Here in Helena we are lucky to have two ballet companies who each offer productions of The Nutcracker during the holiday season. And because Helena is also a fairly small town, we knew dancers in both of the productions. We ended up going to the production that was scheduled the weekend before Christmas. Frances and Gloria have a friend who was in that Nutcracker, and they were so excited to see her perform! It was very fun to see her and recognize her up on stage, and the whole event lit my girls up with its magic.
Like most families, we have lots of Christmas traditions. One of my favorite traditions is wrapping twenty-five holiday books up before December first each year. Then Frances and Gloria alternate opening a book each night to read. We have many versions of The Nutcracker, so the girls are very familiar with the story. But this was Gloria's first time attending The Nutcracker, and Frances had only been one other time two years ago. I was interested to see what the experience of seeing the ballet in person would be like for them. Would they be bored or confused by the lack of words? Would they be able to follow the plot? As we walked back to our car after the ballet was over, I knew my worries were for nothing. Both girls twirled happily through the snow, declaring what role they would play next year - despite the fact that neither has ever taken a lesson!
Because they've never had a lesson, Frances and Gloria have no idea of the work and hours of practice that go into each production of The Nutcracker. I have to admit that I had only a very general idea myself. These days, I only see The Nutcracker through a mother's eyes. The mother of the girls' friend told me about all of the practices (we often scheduled playdates around practice on the weekends), and I knew it took quite a bit of family commitment.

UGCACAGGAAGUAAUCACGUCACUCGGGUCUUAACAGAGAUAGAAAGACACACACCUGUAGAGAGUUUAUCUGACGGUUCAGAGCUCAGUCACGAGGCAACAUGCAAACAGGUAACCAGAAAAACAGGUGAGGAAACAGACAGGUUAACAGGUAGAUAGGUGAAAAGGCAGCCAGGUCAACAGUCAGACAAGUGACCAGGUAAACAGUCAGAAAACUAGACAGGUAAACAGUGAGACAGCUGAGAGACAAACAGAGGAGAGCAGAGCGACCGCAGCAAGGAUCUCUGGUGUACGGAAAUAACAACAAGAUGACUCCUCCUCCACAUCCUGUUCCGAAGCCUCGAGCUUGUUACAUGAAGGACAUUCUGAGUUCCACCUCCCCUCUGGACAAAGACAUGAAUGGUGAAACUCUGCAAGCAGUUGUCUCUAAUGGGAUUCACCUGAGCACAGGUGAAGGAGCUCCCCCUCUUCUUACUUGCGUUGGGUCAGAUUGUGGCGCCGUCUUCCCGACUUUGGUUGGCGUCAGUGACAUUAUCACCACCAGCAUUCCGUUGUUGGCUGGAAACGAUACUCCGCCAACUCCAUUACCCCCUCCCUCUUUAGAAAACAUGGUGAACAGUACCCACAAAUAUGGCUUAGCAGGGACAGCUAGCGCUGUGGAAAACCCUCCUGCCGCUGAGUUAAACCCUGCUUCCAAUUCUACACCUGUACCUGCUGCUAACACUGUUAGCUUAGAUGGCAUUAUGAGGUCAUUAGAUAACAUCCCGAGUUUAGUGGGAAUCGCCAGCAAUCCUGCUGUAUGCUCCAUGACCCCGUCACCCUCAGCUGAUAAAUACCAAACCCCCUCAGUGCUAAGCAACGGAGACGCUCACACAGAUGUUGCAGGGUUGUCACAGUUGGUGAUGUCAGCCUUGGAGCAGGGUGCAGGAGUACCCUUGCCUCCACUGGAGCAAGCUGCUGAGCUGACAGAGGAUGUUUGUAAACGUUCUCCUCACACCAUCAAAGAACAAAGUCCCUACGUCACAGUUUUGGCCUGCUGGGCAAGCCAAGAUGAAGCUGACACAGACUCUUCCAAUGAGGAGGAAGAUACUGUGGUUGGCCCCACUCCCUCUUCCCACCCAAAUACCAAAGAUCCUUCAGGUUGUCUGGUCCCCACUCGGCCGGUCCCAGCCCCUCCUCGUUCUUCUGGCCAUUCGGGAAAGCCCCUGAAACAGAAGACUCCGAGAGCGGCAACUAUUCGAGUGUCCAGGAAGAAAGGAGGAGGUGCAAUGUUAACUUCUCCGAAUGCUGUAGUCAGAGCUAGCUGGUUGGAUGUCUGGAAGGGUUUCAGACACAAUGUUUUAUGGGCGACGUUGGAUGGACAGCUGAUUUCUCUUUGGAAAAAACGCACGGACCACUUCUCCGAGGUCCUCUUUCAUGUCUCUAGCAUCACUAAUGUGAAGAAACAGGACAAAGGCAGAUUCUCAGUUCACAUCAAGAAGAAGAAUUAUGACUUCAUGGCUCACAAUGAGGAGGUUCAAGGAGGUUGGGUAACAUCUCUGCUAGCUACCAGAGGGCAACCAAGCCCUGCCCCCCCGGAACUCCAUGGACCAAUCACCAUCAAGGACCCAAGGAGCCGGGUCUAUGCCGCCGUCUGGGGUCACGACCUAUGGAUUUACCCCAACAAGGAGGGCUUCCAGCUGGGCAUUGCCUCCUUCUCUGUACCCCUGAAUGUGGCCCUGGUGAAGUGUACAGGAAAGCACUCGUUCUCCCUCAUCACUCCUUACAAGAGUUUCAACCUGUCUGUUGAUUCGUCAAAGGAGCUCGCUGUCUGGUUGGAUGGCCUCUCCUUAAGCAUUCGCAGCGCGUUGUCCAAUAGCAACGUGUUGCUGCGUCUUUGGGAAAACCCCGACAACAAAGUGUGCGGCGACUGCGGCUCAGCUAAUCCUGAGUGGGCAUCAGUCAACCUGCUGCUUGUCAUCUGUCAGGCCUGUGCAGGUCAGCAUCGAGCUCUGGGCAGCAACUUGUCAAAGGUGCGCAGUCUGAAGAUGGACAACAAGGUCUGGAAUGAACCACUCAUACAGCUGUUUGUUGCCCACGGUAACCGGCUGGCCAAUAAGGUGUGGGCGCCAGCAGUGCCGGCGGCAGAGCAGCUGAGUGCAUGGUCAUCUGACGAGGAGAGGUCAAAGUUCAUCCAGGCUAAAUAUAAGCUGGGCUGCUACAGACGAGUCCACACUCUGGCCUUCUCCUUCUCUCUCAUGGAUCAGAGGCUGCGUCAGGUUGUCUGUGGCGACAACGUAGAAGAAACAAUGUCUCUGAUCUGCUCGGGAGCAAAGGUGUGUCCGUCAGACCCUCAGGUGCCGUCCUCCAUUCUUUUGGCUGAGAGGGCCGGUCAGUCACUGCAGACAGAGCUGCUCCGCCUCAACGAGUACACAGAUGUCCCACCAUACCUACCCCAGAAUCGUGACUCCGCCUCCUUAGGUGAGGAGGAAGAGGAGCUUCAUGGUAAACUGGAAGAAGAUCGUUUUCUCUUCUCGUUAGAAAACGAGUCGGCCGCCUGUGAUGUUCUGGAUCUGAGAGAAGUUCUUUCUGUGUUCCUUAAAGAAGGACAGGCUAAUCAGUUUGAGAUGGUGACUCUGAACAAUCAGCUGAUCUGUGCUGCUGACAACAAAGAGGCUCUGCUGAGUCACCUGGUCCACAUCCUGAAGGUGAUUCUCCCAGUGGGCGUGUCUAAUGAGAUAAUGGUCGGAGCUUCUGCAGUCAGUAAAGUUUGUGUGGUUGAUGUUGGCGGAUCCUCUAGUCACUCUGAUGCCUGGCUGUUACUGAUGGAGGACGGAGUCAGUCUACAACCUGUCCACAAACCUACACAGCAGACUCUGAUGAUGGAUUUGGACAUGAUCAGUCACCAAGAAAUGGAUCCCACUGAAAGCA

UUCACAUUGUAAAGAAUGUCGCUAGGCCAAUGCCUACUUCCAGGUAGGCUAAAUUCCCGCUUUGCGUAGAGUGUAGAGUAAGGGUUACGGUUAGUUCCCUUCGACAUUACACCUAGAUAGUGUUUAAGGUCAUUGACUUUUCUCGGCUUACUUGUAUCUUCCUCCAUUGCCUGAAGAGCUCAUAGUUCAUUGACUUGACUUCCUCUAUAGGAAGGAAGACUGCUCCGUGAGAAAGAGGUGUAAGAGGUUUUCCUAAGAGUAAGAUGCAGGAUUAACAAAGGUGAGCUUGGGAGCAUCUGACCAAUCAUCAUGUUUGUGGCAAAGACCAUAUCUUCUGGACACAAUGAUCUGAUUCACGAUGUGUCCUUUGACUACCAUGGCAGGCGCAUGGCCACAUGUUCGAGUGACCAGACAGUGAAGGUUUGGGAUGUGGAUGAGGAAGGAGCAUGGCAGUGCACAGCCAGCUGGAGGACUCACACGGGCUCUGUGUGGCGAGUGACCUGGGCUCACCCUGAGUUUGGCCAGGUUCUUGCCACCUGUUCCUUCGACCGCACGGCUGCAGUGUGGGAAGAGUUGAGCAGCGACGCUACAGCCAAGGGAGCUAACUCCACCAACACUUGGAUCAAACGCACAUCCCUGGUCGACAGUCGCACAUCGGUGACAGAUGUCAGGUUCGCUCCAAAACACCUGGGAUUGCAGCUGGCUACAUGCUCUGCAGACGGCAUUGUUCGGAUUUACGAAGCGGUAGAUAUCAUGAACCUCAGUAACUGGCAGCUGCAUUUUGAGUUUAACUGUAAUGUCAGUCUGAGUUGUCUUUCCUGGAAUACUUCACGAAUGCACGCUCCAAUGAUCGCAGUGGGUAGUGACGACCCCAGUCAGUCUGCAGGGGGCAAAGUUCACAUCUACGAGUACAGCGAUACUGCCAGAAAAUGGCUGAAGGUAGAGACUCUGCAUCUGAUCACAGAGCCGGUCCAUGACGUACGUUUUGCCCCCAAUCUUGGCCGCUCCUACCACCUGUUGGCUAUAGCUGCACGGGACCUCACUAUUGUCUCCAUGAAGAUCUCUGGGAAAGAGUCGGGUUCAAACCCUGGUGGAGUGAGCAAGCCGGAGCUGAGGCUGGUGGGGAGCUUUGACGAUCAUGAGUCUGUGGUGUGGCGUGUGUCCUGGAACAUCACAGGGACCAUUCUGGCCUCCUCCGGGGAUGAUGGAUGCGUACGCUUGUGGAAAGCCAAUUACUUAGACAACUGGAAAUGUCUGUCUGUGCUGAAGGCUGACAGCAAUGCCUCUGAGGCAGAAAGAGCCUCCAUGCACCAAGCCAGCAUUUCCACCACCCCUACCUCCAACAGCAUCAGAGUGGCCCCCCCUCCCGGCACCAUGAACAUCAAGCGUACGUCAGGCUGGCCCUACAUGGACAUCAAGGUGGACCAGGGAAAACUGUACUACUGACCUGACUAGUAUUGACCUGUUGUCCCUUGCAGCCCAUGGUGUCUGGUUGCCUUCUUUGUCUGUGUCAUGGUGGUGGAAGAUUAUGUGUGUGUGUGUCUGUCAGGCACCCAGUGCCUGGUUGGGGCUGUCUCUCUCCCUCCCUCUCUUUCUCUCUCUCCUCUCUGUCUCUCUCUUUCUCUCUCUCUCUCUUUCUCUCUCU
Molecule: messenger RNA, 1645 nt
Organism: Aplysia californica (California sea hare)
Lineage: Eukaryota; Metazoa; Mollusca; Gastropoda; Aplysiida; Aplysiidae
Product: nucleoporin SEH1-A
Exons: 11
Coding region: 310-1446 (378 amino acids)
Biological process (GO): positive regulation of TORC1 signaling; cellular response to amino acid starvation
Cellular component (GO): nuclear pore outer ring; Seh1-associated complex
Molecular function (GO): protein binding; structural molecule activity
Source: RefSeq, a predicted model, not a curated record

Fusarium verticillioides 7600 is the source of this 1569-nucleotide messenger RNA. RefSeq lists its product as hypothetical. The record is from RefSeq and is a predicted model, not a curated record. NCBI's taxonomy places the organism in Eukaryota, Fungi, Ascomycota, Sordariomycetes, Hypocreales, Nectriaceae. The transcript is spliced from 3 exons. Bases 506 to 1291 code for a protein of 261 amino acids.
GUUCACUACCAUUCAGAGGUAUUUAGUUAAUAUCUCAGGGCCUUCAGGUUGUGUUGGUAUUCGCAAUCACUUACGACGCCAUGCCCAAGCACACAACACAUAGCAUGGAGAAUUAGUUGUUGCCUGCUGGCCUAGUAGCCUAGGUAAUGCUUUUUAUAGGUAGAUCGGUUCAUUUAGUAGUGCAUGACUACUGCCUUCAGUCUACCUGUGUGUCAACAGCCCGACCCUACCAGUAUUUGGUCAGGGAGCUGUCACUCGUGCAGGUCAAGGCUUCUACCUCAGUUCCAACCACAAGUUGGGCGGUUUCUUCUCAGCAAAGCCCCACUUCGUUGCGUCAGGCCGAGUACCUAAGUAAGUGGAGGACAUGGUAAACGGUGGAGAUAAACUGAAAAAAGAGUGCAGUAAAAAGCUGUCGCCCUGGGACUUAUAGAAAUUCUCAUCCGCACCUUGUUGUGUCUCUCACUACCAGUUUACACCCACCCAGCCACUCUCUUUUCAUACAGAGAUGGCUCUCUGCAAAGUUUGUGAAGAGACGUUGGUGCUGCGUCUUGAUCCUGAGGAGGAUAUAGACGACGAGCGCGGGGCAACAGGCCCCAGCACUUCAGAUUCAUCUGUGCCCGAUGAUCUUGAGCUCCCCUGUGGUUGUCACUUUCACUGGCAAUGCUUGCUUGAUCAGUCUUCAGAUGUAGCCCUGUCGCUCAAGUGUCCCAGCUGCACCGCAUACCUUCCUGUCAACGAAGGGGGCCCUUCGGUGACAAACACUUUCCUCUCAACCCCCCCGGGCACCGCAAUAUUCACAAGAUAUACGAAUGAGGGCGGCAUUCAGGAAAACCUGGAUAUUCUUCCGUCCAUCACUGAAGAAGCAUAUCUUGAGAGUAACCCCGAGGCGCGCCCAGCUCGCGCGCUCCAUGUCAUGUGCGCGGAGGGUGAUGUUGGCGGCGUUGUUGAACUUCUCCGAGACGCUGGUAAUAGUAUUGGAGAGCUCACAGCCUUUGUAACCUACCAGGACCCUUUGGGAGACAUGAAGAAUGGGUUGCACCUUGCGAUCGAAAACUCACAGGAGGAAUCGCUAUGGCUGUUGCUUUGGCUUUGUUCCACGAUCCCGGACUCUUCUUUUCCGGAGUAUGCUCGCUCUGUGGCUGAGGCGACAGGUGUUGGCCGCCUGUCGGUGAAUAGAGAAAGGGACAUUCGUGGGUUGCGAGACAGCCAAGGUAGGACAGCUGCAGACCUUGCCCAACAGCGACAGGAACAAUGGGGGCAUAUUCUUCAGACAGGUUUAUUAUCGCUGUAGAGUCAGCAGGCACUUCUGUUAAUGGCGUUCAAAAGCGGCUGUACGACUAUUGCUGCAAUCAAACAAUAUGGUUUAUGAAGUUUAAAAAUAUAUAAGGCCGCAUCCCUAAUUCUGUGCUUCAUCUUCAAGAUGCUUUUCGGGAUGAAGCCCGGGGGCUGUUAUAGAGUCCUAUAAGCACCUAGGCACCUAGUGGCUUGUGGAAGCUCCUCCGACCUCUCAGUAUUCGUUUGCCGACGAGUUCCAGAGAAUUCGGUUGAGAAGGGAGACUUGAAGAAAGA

But all of the drive, focus and commitment was revealed through Becoming a Ballerina: A Nutcracker Story. Fiona, the main dancer featured in this narrative, has been cast as one of the Claras for the Boston Ballet's version of The Nutcracker. Because it's the Boston Ballet, and to make things easier for the dancers, there are multiple casts - 247 performers in all! The book introduces Fiona at auditions for the ballet. Fiona is the middle child in a family of three sisters, and all of them are auditioning. The auditions are long and arduous. Each girl must learn a series of steps for each set of roles, and recreate them perfectly. There are also a series of callbacks before dancers are notified. Fiona gets the part of Clara, and each of her sisters gets a role also.
Once they've celebrated their good fortune in getting cast, it is time to start the work. The performers only have two months to learn everything. There are many, many practices with long hours expected of them. There aren't just the steps to learn, but Fiona must also discover Clara for herself, so she can bring Clara to life for everyone who attends her performances. It's fascinating to see what Fiona learns, and how her version of Clara is slightly different from the other Claras who are cast. The choreographer, Ms. Atkins, works with all of the Claras, both together and individually, to make sure their performances are the same, but with their own personality or strengths included. "' How are you getting into your last arabesque?' she asks me. Ms. Atkins is trying to get us to put the movements together so they mean more than just steps, so they look like a mini-performance." (p. 17) There are many, many hours spent in the ballet studio. For example, on November 21st, the company is performing their first run-through of the ballet. Fiona notes "We've been at the studio since eleven o'clock this morning, and now it's almost two. ...Run-throughs take longer than the actual performance because we have to go over parts that need corrections, work on spacing, and have breaks. All the Claras and Fritzes are required to attend all run-throughs with the company." (p. 23).